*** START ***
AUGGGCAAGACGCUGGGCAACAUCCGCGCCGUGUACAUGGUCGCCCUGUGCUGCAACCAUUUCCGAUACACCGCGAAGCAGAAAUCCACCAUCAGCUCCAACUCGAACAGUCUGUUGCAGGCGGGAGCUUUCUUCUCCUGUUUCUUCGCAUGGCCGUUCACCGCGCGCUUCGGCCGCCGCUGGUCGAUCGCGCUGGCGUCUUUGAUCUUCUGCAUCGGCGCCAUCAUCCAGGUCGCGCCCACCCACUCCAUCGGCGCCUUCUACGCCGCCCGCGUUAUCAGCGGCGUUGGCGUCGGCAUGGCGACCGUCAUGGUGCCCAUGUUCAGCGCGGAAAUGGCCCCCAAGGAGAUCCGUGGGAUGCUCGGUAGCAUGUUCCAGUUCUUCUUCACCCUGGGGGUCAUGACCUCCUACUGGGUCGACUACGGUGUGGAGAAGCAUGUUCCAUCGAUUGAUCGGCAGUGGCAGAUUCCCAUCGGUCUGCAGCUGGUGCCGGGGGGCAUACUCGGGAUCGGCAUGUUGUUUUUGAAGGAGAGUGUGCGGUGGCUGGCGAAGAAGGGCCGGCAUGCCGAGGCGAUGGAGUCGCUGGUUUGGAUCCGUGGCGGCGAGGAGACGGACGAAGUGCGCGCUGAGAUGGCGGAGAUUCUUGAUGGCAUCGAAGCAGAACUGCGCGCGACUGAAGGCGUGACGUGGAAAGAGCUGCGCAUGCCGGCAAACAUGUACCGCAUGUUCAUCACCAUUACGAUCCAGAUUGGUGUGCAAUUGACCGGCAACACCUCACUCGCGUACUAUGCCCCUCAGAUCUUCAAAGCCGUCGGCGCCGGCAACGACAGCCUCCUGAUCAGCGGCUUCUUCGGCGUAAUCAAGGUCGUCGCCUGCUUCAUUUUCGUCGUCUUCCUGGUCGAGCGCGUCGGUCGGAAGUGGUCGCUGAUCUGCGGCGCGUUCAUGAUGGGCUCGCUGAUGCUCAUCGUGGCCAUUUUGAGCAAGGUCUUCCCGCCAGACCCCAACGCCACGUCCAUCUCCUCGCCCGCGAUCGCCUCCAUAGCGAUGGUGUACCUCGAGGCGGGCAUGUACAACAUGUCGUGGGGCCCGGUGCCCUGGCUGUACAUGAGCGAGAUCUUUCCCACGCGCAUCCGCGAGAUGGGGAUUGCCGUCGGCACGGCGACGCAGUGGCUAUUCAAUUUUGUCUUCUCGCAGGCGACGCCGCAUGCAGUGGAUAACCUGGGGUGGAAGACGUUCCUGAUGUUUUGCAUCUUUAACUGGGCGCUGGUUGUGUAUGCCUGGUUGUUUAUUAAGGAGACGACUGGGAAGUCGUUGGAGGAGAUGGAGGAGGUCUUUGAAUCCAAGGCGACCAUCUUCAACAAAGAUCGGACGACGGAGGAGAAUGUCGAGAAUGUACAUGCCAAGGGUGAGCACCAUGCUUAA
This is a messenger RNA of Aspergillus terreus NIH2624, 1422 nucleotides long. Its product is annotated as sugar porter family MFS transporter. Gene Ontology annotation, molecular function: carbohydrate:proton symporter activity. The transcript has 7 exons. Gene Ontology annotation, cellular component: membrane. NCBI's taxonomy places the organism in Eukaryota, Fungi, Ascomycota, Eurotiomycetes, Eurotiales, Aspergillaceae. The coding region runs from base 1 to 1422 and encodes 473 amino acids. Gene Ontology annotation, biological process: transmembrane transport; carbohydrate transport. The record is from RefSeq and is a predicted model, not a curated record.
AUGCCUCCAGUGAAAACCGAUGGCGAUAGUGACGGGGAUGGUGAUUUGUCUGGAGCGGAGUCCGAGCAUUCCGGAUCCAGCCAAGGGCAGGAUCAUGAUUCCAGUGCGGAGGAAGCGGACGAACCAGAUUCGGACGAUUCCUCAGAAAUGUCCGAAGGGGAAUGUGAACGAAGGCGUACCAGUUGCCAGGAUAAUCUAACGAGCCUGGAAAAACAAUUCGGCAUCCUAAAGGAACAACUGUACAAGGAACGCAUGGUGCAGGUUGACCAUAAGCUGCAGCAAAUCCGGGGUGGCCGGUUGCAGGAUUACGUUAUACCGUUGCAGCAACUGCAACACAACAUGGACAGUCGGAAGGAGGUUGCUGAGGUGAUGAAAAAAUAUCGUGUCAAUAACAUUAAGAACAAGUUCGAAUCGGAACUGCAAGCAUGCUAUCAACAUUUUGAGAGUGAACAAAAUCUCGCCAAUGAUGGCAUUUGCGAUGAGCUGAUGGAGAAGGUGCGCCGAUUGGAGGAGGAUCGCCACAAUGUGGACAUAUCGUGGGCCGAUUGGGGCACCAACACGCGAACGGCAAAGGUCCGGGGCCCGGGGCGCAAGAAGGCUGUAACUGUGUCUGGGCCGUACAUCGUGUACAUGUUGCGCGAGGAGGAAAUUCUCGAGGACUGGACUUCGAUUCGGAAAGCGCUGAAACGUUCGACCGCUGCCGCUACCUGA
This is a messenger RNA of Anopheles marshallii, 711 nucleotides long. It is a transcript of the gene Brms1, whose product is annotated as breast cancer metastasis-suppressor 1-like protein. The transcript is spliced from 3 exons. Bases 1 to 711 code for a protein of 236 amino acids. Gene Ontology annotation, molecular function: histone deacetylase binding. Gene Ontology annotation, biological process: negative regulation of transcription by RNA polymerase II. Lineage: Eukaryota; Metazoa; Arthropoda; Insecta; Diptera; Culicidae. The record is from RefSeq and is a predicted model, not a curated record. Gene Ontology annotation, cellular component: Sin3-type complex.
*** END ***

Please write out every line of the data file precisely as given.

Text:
AUGGGCAAGACGCUGGGCAACAUCCGCGCCGUGUACAUGGUCGCCCUGUGCUGCAACCAUUUCCGAUACACCGCGAAGCAGAAAUCCACCAUCAGCUCCAACUCGAACAGUCUGUUGCAGGCGGGAGCUUUCUUCUCCUGUUUCUUCGCAUGGCCGUUCACCGCGCGCUUCGGCCGCCGCUGGUCGAUCGCGCUGGCGUCUUUGAUCUUCUGCAUCGGCGCCAUCAUCCAGGUCGCGCCCACCCACUCCAUCGGCGCCUUCUACGCCGCCCGCGUUAUCAGCGGCGUUGGCGUCGGCAUGGCGACCGUCAUGGUGCCCAUGUUCAGCGCGGAAAUGGCCCCCAAGGAGAUCCGUGGGAUGCUCGGUAGCAUGUUCCAGUUCUUCUUCACCCUGGGGGUCAUGACCUCCUACUGGGUCGACUACGGUGUGGAGAAGCAUGUUCCAUCGAUUGAUCGGCAGUGGCAGAUUCCCAUCGGUCUGCAGCUGGUGCCGGGGGGCAUACUCGGGAUCGGCAUGUUGUUUUUGAAGGAGAGUGUGCGGUGGCUGGCGAAGAAGGGCCGGCAUGCCGAGGCGAUGGAGUCGCUGGUUUGGAUCCGUGGCGGCGAGGAGACGGACGAAGUGCGCGCUGAGAUGGCGGAGAUUCUUGAUGGCAUCGAAGCAGAACUGCGCGCGACUGAAGGCGUGACGUGGAAAGAGCUGCGCAUGCCGGCAAACAUGUACCGCAUGUUCAUCACCAUUACGAUCCAGAUUGGUGUGCAAUUGACCGGCAACACCUCACUCGCGUACUAUGCCCCUCAGAUCUUCAAAGCCGUCGGCGCCGGCAACGACAGCCUCCUGAUCAGCGGCUUCUUCGGCGUAAUCAAGGUCGUCGCCUGCUUCAUUUUCGUCGUCUUCCUGGUCGAGCGCGUCGGUCGGAAGUGGUCGCUGAUCUGCGGCGCGUUCAUGAUGGGCUCGCUGAUGCUCAUCGUGGCCAUUUUGAGCAAGGUCUUCCCGCCAGACCCCAACGCCACGUCCAUCUCCUCGCCCGCGAUCGCCUCCAUAGCGAUGGUGUACCUCGAGGCGGGCAUGUACAACAUGUCGUGGGGCCCGGUGCCCUGGCUGUACAUGAGCGAGAUCUUUCCCACGCGCAUCCGCGAGAUGGGGAUUGCCGUCGGCACGGCGACGCAGUGGCUAUUCAAUUUUGUCUUCUCGCAGGCGACGCCGCAUGCAGUGGAUAACCUGGGGUGGAAGACGUUCCUGAUGUUUUGCAUCUUUAACUGGGCGCUGGUUGUGUAUGCCUGGUUGUUUAUUAAGGAGACGACUGGGAAGUCGUUGGAGGAGAUGGAGGAGGUCUUUGAAUCCAAGGCGACCAUCUUCAACAAAGAUCGGACGACGGAGGAGAAUGUCGAGAAUGUACAUGCCAAGGGUGAGCACCAUGCUUAA
This is a messenger RNA of Aspergillus terreus NIH2624, 1422 nucleotides long. Its product is annotated as sugar porter family MFS transporter. Gene Ontology annotation, molecular function: carbohydrate:proton symporter activity. The transcript has 7 exons. Gene Ontology annotation, cellular component: membrane. NCBI's taxonomy places the organism in Eukaryota, Fungi, Ascomycota, Eurotiomycetes, Eurotiales, Aspergillaceae. The coding region runs from base 1 to 1422 and encodes 473 amino acids. Gene Ontology annotation, biological process: transmembrane transport; carbohydrate transport. The record is from RefSeq and is a predicted model, not a curated record.
AUGCCUCCAGUGAAAACCGAUGGCGAUAGUGACGGGGAUGGUGAUUUGUCUGGAGCGGAGUCCGAGCAUUCCGGAUCCAGCCAAGGGCAGGAUCAUGAUUCCAGUGCGGAGGAAGCGGACGAACCAGAUUCGGACGAUUCCUCAGAAAUGUCCGAAGGGGAAUGUGAACGAAGGCGUACCAGUUGCCAGGAUAAUCUAACGAGCCUGGAAAAACAAUUCGGCAUCCUAAAGGAACAACUGUACAAGGAACGCAUGGUGCAGGUUGACCAUAAGCUGCAGCAAAUCCGGGGUGGCCGGUUGCAGGAUUACGUUAUACCGUUGCAGCAACUGCAACACAACAUGGACAGUCGGAAGGAGGUUGCUGAGGUGAUGAAAAAAUAUCGUGUCAAUAACAUUAAGAACAAGUUCGAAUCGGAACUGCAAGCAUGCUAUCAACAUUUUGAGAGUGAACAAAAUCUCGCCAAUGAUGGCAUUUGCGAUGAGCUGAUGGAGAAGGUGCGCCGAUUGGAGGAGGAUCGCCACAAUGUGGACAUAUCGUGGGCCGAUUGGGGCACCAACACGCGAACGGCAAAGGUCCGGGGCCCGGGGCGCAAGAAGGCUGUAACUGUGUCUGGGCCGUACAUCGUGUACAUGUUGCGCGAGGAGGAAAUUCUCGAGGACUGGACUUCGAUUCGGAAAGCGCUGAAACGUUCGACCGCUGCCGCUACCUGA
This is a messenger RNA of Anopheles marshallii, 711 nucleotides long. It is a transcript of the gene Brms1, whose product is annotated as breast cancer metastasis-suppressor 1-like protein. The transcript is spliced from 3 exons. Bases 1 to 711 code for a protein of 236 amino acids. Gene Ontology annotation, molecular function: histone deacetylase binding. Gene Ontology annotation, biological process: negative regulation of transcription by RNA polymerase II. Lineage: Eukaryota; Metazoa; Arthropoda; Insecta; Diptera; Culicidae. The record is from RefSeq and is a predicted model, not a curated record. Gene Ontology annotation, cellular component: Sin3-type complex.